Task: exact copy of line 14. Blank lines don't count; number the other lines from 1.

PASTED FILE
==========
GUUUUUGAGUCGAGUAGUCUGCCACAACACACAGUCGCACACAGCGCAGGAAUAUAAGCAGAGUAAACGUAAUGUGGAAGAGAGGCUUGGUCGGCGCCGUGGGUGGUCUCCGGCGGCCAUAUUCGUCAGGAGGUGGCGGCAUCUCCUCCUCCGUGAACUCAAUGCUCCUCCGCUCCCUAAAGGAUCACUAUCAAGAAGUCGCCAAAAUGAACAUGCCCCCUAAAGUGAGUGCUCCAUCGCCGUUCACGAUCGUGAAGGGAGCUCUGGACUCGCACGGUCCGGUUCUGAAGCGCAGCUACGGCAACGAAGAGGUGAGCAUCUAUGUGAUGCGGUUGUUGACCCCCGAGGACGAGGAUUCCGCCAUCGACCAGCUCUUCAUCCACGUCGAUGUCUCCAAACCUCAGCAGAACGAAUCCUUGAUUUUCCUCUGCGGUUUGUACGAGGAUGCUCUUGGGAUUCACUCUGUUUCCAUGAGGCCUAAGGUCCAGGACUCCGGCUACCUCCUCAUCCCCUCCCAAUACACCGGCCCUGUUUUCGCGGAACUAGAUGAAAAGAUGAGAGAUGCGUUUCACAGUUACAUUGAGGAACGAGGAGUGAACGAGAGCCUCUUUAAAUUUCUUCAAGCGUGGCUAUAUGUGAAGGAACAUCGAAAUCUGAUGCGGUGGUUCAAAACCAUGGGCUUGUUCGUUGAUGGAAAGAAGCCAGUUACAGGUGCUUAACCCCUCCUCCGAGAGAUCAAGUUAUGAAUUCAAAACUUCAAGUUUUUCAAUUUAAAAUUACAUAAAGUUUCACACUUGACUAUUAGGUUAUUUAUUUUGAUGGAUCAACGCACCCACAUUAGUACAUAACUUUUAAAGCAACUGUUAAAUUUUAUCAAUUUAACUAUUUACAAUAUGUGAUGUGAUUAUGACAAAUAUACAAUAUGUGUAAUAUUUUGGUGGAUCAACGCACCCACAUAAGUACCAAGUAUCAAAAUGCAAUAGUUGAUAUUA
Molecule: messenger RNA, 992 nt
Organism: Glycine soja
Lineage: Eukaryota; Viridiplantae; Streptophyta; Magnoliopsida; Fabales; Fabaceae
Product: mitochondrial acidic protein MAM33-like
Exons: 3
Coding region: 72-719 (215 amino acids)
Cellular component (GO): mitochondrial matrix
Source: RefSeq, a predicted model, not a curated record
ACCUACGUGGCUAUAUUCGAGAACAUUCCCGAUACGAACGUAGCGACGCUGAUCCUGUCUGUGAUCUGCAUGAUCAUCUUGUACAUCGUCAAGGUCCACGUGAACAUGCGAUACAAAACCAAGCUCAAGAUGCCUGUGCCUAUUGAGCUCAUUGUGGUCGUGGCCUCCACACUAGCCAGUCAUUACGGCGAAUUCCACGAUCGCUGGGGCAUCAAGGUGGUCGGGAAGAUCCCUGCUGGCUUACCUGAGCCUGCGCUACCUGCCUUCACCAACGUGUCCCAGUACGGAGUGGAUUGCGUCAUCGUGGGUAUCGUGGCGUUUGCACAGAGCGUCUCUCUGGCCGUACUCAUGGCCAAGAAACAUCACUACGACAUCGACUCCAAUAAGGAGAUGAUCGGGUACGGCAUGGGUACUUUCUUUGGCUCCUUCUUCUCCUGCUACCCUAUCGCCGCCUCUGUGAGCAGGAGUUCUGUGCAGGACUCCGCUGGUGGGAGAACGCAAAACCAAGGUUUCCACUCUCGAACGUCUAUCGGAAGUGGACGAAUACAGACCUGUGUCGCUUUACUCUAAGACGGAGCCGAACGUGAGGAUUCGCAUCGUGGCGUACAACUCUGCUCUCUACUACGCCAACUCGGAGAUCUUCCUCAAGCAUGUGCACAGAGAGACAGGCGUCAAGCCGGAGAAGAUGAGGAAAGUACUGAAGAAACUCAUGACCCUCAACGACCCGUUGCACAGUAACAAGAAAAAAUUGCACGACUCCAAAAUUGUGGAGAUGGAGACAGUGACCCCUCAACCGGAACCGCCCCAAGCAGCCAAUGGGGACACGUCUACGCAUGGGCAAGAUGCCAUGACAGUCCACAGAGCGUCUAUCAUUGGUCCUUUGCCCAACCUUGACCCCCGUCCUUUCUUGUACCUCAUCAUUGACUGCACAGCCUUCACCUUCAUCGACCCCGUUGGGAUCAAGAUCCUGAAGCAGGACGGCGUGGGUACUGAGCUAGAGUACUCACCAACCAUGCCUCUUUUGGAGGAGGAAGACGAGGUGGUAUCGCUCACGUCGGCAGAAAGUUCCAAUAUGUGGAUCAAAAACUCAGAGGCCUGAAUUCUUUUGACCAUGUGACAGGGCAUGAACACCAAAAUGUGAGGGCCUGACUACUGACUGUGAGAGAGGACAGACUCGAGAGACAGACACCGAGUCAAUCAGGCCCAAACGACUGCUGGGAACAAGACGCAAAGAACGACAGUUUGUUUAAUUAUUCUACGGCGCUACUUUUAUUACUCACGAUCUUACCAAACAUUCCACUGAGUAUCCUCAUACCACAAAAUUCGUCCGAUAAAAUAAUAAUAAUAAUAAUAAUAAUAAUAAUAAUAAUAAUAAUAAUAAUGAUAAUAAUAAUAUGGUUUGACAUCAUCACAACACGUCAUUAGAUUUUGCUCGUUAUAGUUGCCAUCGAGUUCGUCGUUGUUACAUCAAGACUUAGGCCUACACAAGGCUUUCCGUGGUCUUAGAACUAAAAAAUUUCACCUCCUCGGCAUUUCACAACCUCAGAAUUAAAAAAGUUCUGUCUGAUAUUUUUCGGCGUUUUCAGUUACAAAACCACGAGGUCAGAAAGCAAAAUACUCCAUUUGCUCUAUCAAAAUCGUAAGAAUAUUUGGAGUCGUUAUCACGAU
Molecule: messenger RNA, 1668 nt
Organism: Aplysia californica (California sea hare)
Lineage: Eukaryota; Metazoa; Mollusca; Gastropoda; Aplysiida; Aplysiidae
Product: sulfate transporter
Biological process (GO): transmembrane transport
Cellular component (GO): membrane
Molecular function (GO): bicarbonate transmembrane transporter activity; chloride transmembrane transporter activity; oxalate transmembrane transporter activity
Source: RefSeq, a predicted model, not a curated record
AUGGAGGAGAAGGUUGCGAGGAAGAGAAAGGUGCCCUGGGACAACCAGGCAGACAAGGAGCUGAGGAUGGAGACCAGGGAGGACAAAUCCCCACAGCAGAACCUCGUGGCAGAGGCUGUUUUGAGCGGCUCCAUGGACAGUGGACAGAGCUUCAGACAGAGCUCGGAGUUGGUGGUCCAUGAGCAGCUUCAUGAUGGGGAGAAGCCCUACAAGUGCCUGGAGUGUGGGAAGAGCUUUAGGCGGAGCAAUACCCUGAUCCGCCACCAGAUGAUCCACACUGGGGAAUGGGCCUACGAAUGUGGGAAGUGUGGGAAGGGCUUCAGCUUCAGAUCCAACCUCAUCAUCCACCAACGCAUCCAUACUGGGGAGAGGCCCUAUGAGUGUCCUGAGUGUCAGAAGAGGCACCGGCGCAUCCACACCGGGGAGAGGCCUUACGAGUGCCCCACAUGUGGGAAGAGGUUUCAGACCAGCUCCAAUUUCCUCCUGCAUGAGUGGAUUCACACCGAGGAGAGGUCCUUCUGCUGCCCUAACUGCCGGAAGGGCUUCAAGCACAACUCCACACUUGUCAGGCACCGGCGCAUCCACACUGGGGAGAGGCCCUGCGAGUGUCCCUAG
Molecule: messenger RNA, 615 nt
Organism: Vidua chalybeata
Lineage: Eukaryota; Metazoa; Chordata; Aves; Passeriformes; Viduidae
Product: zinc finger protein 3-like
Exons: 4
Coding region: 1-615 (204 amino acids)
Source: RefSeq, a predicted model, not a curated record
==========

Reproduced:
Product: sulfate transporter